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Itzhak Goldberg

Among the long list of “isms”, expressionism holds a large place. But what does it refer to, exactly? As expressed in this remarkable book -which hurts our wrists as we hold it too long-, there was a time when Matisse and the fauvist artists were put together under the label of French expressionism. Today though the term is almost monopolized by the Austro-German matrix, to which was added, after the Second World War, abstract American expressionism with Pollock, of which the author evaluates the degree of kinship. It is those landscapes in bright, jarring colors, -blue horses after all! –, those portraits circled with wide black lines, the general atmosphere of primitive freedom. The two founding moments are replaced in their European context: Die Brücke (born in 1905 in Dresden, instigated by Kirchner and three friends, but named this way only after its demise in 1914) and Der Blaue Reiter (founded in 1911 in Munich with Kandinsky and Marc as spearheads). Expressionism could have petered out calmly in a calm European continent, but it would regenerate itself at two monstrous sources: war and the metropolis. Another channel would result from it. A ferocious, bloody, and tragic channel: the one of Grosz, Meidner, Dix, Beckmann, that the Nazis would quickly catalogue as being “degenerate” but which would settle more solidly the posterity of the movement in the history of art.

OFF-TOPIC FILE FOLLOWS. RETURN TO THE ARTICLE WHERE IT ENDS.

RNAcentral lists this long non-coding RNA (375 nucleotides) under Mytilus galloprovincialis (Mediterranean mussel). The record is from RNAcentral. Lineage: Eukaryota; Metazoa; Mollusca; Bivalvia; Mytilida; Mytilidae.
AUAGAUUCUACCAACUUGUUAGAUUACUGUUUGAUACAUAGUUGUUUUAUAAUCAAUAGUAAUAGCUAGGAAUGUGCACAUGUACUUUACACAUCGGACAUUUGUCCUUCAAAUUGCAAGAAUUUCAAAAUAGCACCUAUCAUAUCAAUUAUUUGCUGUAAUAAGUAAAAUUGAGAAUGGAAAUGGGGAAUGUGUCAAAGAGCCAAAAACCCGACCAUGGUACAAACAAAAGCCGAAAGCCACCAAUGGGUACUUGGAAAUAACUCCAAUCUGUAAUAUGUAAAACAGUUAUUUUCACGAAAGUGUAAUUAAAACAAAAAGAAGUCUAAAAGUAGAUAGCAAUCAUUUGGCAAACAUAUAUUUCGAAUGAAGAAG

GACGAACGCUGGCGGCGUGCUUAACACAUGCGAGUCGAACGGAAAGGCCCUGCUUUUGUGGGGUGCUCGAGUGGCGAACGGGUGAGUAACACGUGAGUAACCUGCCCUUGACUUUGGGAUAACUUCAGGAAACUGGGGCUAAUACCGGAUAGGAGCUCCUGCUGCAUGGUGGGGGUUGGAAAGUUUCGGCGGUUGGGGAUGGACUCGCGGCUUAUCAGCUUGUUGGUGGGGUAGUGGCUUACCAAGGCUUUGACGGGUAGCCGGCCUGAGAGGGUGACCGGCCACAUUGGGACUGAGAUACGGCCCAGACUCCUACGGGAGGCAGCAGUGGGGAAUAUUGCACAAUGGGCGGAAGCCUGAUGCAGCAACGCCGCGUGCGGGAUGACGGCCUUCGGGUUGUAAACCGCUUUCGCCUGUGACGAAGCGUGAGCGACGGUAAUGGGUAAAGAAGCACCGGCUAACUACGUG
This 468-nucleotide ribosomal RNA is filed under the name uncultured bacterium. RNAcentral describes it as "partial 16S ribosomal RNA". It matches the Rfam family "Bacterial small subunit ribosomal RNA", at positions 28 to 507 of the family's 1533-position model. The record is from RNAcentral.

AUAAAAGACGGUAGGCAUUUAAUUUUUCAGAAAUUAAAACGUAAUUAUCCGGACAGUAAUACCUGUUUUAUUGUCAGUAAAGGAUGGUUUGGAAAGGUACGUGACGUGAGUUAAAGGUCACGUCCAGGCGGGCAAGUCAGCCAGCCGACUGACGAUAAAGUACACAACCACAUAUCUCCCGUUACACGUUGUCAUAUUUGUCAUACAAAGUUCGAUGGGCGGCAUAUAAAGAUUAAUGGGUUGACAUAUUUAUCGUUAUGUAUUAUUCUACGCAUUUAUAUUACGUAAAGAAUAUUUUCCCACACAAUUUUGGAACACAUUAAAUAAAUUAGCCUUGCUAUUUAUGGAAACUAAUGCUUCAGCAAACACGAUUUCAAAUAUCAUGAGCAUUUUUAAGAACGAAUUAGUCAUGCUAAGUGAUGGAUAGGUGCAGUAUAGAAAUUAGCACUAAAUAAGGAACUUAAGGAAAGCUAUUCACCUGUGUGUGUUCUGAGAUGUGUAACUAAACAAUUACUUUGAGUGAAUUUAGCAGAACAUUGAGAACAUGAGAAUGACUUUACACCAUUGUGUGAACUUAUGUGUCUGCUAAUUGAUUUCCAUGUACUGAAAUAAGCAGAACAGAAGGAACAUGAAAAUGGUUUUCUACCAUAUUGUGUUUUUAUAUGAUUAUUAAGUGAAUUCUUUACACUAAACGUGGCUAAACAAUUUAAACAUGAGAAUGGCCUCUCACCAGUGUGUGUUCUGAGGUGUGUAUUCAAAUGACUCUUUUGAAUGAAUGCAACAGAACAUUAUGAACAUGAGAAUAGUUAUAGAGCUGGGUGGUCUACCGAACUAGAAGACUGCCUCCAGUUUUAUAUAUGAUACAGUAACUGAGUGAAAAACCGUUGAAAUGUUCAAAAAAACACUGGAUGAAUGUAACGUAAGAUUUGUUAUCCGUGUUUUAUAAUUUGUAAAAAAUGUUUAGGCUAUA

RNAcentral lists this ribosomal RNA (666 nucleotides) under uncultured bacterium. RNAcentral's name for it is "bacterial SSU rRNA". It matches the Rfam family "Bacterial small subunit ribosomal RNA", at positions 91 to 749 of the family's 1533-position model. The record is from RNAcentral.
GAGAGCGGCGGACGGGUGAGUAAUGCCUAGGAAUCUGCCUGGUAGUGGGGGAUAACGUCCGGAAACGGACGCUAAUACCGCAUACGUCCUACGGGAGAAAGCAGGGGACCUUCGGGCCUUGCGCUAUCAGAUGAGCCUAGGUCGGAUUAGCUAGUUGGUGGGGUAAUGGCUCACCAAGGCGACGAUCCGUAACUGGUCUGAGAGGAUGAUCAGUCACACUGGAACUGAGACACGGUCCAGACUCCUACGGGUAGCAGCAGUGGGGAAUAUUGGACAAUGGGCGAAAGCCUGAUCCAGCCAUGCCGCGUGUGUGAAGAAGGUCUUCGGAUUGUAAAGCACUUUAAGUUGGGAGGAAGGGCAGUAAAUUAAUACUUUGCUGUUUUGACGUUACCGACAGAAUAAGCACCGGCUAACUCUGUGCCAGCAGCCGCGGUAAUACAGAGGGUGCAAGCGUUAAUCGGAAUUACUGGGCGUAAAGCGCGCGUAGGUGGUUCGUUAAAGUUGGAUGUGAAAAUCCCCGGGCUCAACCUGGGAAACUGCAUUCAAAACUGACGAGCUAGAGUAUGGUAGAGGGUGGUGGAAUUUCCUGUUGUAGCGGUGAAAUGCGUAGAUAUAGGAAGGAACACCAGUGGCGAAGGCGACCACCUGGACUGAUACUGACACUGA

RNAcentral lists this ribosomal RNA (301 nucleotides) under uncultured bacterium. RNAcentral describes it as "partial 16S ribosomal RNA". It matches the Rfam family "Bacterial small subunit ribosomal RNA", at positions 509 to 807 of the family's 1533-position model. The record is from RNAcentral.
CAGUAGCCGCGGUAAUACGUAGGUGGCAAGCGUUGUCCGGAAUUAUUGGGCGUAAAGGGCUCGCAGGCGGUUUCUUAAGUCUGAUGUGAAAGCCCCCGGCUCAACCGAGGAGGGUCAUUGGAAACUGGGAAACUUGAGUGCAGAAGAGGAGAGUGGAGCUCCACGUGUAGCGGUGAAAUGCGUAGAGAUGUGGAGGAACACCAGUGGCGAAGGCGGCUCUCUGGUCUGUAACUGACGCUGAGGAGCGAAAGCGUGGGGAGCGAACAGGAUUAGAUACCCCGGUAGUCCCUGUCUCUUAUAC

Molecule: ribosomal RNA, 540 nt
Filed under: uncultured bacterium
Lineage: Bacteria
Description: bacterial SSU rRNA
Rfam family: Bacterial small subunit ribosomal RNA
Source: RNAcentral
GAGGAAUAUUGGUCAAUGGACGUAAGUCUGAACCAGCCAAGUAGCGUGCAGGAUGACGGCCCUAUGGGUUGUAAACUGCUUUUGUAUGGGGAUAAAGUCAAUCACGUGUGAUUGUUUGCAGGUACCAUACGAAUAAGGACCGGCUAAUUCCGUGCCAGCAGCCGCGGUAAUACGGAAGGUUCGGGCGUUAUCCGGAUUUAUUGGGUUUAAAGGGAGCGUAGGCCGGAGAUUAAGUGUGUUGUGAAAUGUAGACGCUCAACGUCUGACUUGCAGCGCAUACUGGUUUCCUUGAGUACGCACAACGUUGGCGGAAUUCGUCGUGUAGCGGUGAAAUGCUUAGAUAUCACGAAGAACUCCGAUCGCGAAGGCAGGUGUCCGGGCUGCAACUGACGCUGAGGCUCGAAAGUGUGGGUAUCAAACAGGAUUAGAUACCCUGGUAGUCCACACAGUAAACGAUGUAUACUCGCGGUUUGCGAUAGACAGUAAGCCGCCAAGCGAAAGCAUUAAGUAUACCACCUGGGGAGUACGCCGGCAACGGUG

L’Expressionnisme, by Itzhak Goldberg, Citadelles & Mazenod, 2017, 400 p., €189.

L’Expressionnisme - Itzhak Goldberg

Review published in the newsletter #479 - from 29 June 2017 to 5 July 2017

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